Improve people’s access to health services to fight leptospirosis, health group says

Aug. 04, 2008

DAVAO CITY – A non government health organization said improved sanitation facilities and better access to health services among the people will reduce the risk of leptospirosis once heavy rains set in again.

Dr. Lynn Redoble, executive director of the Community Based Health Services Incorporated (CBHS), said efficient sewerage and garbage collection system would greatly decrease cases of leptospirosis while better access to health care and sanitation could mean early detection of the disease.

Leptospirosis is defined as a bacterial disease caused by the contact of broken skin with water contaminated with the urine or tissue of infected animals, which may include cattle, pigs, horses, dogs, rodents, and wild animals, according to the United States Center for Disease Control.

The Department of Health (DoH) monitored 21 cases of leptospirosis in the city in the first half of the year, which more than double the 10 recorded cases in the entire year of 2007. Dr. Rogelio Peera, a DoH medical specialist, confirmed one death caused by leptospirosis although he said that deaths from leptospirosis are very rare.

Patients who are sick of the disease usually die from complications, such as renal failure, he explained.

He also said that health authorities can only count few cases that reach the hospitals. City hospitals are required to report a patient diagnosed with leptospirosis within a week.

Peera said more than half of the cases of leptospirosis in the region were reported to have come from Davao city. He explained though, that six of the 10 hospitals that DoH monitors are in the city, which might have accounted for the high number of cases here.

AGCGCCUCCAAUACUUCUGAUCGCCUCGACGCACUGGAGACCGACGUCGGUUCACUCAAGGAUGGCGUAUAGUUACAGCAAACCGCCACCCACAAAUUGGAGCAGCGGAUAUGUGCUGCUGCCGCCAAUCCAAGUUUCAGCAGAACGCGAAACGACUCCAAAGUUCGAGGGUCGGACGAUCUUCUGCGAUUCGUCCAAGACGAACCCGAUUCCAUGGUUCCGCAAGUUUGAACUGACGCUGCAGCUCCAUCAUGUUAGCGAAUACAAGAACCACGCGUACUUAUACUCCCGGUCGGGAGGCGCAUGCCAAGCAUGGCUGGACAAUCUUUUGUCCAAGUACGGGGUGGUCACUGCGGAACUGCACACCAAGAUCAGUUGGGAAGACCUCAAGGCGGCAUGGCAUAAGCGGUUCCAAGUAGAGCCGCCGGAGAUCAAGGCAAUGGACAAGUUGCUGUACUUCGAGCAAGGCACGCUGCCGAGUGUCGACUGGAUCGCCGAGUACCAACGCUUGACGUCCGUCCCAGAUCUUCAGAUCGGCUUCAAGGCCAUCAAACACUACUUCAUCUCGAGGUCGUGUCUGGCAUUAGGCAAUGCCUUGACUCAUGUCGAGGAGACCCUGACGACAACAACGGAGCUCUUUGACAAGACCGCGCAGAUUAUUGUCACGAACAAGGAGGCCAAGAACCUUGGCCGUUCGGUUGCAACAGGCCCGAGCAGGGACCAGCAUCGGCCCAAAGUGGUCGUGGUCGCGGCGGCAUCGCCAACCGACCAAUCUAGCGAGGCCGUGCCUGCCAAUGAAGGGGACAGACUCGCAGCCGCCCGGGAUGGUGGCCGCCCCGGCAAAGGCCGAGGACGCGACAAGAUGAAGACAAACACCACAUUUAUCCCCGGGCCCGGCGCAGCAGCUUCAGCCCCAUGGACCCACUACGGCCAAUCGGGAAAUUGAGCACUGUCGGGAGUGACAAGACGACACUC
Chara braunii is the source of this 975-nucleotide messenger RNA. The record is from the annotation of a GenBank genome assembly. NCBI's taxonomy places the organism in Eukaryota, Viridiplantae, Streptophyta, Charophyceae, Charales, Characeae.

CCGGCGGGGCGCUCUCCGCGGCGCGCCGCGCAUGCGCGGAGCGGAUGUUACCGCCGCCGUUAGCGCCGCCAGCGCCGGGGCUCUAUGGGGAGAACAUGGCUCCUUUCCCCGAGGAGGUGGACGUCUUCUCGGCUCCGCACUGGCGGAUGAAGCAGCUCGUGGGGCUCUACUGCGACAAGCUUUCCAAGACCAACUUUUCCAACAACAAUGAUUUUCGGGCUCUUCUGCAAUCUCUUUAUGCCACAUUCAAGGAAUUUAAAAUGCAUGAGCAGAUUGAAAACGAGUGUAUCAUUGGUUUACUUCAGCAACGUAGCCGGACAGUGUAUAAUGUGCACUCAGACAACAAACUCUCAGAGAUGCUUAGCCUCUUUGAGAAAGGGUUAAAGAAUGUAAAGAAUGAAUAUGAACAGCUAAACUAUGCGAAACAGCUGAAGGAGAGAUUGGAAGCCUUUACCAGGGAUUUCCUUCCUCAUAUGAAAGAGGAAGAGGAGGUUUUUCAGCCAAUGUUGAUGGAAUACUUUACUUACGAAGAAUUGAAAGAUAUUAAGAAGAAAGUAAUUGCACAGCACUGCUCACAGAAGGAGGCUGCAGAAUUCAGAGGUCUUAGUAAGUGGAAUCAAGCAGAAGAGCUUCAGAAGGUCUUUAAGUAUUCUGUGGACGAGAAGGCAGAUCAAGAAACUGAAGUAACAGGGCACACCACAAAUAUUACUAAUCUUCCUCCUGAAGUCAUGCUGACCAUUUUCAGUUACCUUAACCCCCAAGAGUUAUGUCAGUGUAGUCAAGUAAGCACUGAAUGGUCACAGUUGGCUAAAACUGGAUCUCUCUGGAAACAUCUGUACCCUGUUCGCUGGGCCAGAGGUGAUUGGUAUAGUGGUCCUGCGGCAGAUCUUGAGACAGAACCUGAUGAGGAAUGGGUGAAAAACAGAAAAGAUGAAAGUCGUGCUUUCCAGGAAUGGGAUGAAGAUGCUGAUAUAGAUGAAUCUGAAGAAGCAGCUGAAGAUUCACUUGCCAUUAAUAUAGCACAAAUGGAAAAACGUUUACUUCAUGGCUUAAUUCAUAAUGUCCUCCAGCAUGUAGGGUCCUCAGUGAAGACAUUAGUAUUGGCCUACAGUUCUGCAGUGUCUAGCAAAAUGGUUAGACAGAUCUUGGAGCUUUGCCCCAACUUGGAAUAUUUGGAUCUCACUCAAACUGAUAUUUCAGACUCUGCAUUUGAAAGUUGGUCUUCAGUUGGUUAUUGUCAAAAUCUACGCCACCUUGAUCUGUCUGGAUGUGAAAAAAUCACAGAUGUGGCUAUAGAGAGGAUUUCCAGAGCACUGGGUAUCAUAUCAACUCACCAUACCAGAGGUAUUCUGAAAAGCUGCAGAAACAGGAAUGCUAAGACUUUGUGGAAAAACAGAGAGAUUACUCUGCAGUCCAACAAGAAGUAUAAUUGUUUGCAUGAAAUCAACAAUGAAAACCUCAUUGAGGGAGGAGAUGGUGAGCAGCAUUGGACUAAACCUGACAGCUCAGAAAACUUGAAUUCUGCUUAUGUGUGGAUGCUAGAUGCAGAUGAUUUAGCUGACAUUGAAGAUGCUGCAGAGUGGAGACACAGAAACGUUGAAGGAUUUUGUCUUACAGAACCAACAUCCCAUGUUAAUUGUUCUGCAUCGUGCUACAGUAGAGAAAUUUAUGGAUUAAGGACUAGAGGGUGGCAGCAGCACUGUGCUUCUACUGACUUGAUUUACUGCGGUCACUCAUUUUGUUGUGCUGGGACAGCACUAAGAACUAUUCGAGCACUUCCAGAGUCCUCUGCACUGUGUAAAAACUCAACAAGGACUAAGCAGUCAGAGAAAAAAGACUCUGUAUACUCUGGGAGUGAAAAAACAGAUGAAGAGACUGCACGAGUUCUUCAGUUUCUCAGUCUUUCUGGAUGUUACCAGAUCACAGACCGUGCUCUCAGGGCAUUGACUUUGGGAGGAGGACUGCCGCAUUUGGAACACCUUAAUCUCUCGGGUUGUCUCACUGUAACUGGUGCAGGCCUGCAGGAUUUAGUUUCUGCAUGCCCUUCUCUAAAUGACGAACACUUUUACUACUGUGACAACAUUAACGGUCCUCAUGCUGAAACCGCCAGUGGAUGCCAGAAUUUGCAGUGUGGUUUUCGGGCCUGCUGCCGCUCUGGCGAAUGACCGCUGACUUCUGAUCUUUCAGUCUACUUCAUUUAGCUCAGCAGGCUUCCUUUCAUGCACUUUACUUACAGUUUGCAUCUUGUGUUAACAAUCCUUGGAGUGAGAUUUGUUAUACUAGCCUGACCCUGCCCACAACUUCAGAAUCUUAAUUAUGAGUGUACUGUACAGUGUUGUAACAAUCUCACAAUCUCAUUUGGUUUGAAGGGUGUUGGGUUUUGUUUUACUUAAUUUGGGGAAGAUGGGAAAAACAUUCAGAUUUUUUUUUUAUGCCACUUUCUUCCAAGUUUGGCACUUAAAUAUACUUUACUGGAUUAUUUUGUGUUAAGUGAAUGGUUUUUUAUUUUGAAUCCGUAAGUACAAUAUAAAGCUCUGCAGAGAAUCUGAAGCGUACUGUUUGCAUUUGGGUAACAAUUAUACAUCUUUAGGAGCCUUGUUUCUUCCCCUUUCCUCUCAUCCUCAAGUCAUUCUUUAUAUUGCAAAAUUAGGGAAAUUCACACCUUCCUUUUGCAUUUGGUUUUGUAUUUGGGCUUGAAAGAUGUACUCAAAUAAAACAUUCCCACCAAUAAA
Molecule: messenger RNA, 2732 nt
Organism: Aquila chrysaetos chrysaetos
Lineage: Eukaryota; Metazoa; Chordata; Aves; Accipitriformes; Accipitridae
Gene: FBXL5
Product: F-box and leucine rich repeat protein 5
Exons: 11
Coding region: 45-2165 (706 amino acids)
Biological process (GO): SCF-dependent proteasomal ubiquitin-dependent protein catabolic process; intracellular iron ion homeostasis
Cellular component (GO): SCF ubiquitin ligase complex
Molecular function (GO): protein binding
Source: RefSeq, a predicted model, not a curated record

Redoble said the poor are most vulnerable to the disease. “Slum areas are frequently flooded because there is no proper garbage collection, she said. Sewers are usually clogged and the residents are forced to wade in flood waters.”

When the poor get sick, they cannot afford to go to the doctor for check up, she said. She also said the poor will be worse off if the planned privatization of the Davao Medical Center, the region’s largest public hospital, will push through.

Only laboratory tests can accurately tell if a patient has contracted the disease or not. But the poor could not afford more medical procedures, so, oftentimes these are not detected, Redoble said.

Leptospirosis has a wide array of symptoms which make it possible for most people to dismiss it as flu. DoH said the symptoms for leptospirosis and flue are similar–high fever, chills, vomiting, calf pains and muscle aches.

Redoble said children have an increased risk for the disease because they like to play in the mud and murky flood waters.

Advanced symptoms of leptospirosis include jaundice and renal failure, or inability to urinate. Redoble said that at its advanced stage, the disease could easily lead to the collapse of major organs such as kidney liver and lungs and eventually, death. (CJ Kuizon/

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